“Mother of Music in ASL” Passed Away-Remembering Shirley Childress

Interpreter and Deaf Rights Activist Childress is remembered as the first person to interpret music into ASL

March 6, 2017-Shirley Childress passed away at the age of 69.

Childress is best known for being the first black certified ASL interpreter and as one of the members in the band Sweet Honey in The Rock. Over the course of her career, she interpreted for famous people such as Maya Angelou (writer of I Know Why The Caged Bird Sings) and James Earl Jones (voice actor for Darth Vader in Star Wars.)


Born to deaf parents, Childress grew up with American Sign Language and did not understand how to connect sign language with music until she saw her mother signing along with the chorus in church. In that moment, it clicked for the young Childress–she decided she was going to be a music interpreter/performer!

After obtaining her bachelor’s degree in Deaf Education and the certification from RID (Registry of Interpreters for the Deaf,) she worked tirelessly for the Deaf community and even volunteered with a group of American doctors to help children in Africa, both deaf and hearing, get medical care.  However, her passion was still in music.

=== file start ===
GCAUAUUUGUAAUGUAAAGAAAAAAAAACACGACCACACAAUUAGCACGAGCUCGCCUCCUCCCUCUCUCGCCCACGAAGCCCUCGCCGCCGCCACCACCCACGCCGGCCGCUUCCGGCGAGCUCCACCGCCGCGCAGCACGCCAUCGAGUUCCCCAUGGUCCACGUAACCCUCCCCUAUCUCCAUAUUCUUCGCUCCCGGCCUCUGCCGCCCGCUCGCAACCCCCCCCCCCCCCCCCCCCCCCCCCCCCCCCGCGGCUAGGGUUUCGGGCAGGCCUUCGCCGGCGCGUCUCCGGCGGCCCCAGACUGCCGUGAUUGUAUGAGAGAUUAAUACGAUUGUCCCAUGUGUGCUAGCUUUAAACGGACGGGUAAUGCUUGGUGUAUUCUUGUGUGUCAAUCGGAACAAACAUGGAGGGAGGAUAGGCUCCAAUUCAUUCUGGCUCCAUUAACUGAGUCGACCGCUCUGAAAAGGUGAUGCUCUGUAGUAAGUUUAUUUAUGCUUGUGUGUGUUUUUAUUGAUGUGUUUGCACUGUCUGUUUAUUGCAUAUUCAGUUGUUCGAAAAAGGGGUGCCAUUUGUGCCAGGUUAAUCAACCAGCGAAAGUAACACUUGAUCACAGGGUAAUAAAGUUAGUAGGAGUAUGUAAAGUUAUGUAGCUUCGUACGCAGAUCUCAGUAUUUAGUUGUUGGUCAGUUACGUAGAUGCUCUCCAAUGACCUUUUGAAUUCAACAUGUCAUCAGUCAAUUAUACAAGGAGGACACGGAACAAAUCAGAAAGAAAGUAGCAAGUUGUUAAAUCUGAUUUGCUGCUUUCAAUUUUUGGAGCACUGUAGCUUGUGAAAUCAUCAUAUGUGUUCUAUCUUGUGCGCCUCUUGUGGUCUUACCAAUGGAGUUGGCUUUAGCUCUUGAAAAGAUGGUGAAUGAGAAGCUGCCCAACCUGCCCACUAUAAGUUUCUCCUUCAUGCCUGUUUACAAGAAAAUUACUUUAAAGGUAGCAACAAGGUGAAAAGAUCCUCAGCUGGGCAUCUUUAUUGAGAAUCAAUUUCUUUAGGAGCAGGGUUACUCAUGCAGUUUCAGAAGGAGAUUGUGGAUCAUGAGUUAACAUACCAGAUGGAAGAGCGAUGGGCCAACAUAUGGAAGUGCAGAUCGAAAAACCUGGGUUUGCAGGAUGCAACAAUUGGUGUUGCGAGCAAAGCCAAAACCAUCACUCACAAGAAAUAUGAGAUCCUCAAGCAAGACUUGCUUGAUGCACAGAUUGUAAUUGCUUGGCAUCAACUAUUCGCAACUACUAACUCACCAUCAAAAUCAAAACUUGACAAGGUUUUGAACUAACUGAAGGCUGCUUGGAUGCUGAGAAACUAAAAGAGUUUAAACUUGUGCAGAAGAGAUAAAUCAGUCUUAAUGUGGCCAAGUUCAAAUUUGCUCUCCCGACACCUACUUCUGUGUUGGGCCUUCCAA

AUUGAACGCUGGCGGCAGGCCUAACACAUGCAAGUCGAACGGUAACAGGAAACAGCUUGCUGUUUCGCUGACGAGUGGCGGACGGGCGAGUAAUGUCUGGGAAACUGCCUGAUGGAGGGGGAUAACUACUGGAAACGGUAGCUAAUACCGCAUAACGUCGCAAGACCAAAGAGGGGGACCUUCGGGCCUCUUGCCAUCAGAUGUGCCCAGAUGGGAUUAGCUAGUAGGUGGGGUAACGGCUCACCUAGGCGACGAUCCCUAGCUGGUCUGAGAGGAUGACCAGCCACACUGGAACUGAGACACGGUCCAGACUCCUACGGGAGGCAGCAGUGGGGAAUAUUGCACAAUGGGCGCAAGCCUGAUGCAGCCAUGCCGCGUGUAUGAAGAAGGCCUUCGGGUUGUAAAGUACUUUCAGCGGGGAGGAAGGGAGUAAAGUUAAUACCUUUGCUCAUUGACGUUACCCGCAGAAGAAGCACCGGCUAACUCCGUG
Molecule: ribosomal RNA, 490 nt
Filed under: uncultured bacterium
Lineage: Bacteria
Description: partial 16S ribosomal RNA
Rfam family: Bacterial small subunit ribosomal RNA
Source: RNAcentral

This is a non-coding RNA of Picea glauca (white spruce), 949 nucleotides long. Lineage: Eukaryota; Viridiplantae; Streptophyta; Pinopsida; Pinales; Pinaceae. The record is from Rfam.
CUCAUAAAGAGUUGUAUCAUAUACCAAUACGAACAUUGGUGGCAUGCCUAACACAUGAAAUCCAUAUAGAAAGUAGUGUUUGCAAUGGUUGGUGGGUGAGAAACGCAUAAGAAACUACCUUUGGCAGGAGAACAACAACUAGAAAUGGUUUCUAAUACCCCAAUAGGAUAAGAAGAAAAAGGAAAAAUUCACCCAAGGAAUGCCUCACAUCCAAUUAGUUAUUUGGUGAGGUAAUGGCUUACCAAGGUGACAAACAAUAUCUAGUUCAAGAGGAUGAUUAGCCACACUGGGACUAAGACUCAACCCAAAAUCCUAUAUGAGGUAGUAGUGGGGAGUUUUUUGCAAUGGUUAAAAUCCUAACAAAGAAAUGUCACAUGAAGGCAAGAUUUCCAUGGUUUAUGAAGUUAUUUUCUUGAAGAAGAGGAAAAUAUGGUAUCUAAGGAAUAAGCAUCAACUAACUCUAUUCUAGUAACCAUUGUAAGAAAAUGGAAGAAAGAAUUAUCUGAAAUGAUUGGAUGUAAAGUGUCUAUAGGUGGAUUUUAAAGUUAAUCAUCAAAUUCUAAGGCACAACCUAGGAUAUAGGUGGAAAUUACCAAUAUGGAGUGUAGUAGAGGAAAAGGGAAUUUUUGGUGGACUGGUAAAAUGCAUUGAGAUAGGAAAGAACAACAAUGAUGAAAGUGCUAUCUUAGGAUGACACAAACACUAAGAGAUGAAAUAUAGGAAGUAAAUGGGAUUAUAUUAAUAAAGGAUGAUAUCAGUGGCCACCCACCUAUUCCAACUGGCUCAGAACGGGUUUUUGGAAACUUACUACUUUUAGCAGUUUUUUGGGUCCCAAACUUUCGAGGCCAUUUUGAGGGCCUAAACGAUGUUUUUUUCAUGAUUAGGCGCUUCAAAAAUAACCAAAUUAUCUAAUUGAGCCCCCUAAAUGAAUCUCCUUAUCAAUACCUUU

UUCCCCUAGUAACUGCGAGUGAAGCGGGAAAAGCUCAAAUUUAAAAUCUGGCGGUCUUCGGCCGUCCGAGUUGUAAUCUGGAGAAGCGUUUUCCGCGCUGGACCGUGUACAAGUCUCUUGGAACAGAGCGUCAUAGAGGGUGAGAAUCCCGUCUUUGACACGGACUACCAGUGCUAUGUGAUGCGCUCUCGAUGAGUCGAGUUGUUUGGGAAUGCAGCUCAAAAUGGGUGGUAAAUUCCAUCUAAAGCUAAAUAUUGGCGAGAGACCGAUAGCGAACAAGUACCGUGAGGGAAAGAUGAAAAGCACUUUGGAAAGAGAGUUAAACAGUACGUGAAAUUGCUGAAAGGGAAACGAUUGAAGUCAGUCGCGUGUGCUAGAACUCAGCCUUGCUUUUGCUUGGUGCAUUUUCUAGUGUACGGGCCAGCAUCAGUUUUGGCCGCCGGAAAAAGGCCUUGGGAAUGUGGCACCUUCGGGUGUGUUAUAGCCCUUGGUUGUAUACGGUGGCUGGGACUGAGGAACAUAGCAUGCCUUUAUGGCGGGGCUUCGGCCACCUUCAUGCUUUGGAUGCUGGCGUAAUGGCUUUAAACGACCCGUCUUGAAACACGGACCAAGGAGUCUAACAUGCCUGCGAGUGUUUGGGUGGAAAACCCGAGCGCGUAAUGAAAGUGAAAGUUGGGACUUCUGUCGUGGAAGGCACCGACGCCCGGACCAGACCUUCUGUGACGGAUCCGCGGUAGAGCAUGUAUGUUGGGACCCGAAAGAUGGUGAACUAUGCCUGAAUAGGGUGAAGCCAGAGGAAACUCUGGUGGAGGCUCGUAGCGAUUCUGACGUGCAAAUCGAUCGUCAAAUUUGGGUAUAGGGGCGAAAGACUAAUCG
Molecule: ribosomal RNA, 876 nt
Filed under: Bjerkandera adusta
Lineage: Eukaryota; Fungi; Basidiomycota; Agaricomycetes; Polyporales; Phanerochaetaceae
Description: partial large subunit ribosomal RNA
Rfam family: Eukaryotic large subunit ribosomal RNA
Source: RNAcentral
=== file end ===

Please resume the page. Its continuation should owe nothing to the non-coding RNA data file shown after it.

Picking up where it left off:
In the late 1970s, Childress became a full-member of the music group Sweet Honey in The Rock and toured nationally, performing every song in ASL for nearly 40 years. For perspective, this was shortly after American Sign Language was finally recognized and accepted as a unique language in 1974. Most of the concert goers were hearing, however Childress put every ounce of her efforts into encouraging deaf people to go to her shows and made sure that deaf attendees had a spot. For her, it was about inclusion and showing deaf individuals a way to appreciate music.


At every concert that the Sweet Honey in The Rock performed, there was always space for the deaf guests. Washington City Paper’s obituary included this quote:

But Childress is best known for the decades she spent with Sweet Honey in the Rock, not merely as its interpreter, but as a full-fledged member of the group. And it was with Sweet Honey in the Rock that Childress profoundly changed the way deaf people experience music.*

There was a documentary made about Sweet Honey in The Rock in 1984 called Gotta Make This Journey: Sweet Honey in the Rock, by filmmaker Michelle Parkerson.

*Washington City Paper: Shirley Childress Obituary

Sweet Honey in The Rock: http://sweethoneyintherock.org




  1. I actually stumbled to this article. Childress memories are quite fascinating. One could wish she lives forever but death is inevitable. She will at all times be remembered by the legacies she left behind. Farewell Childress.

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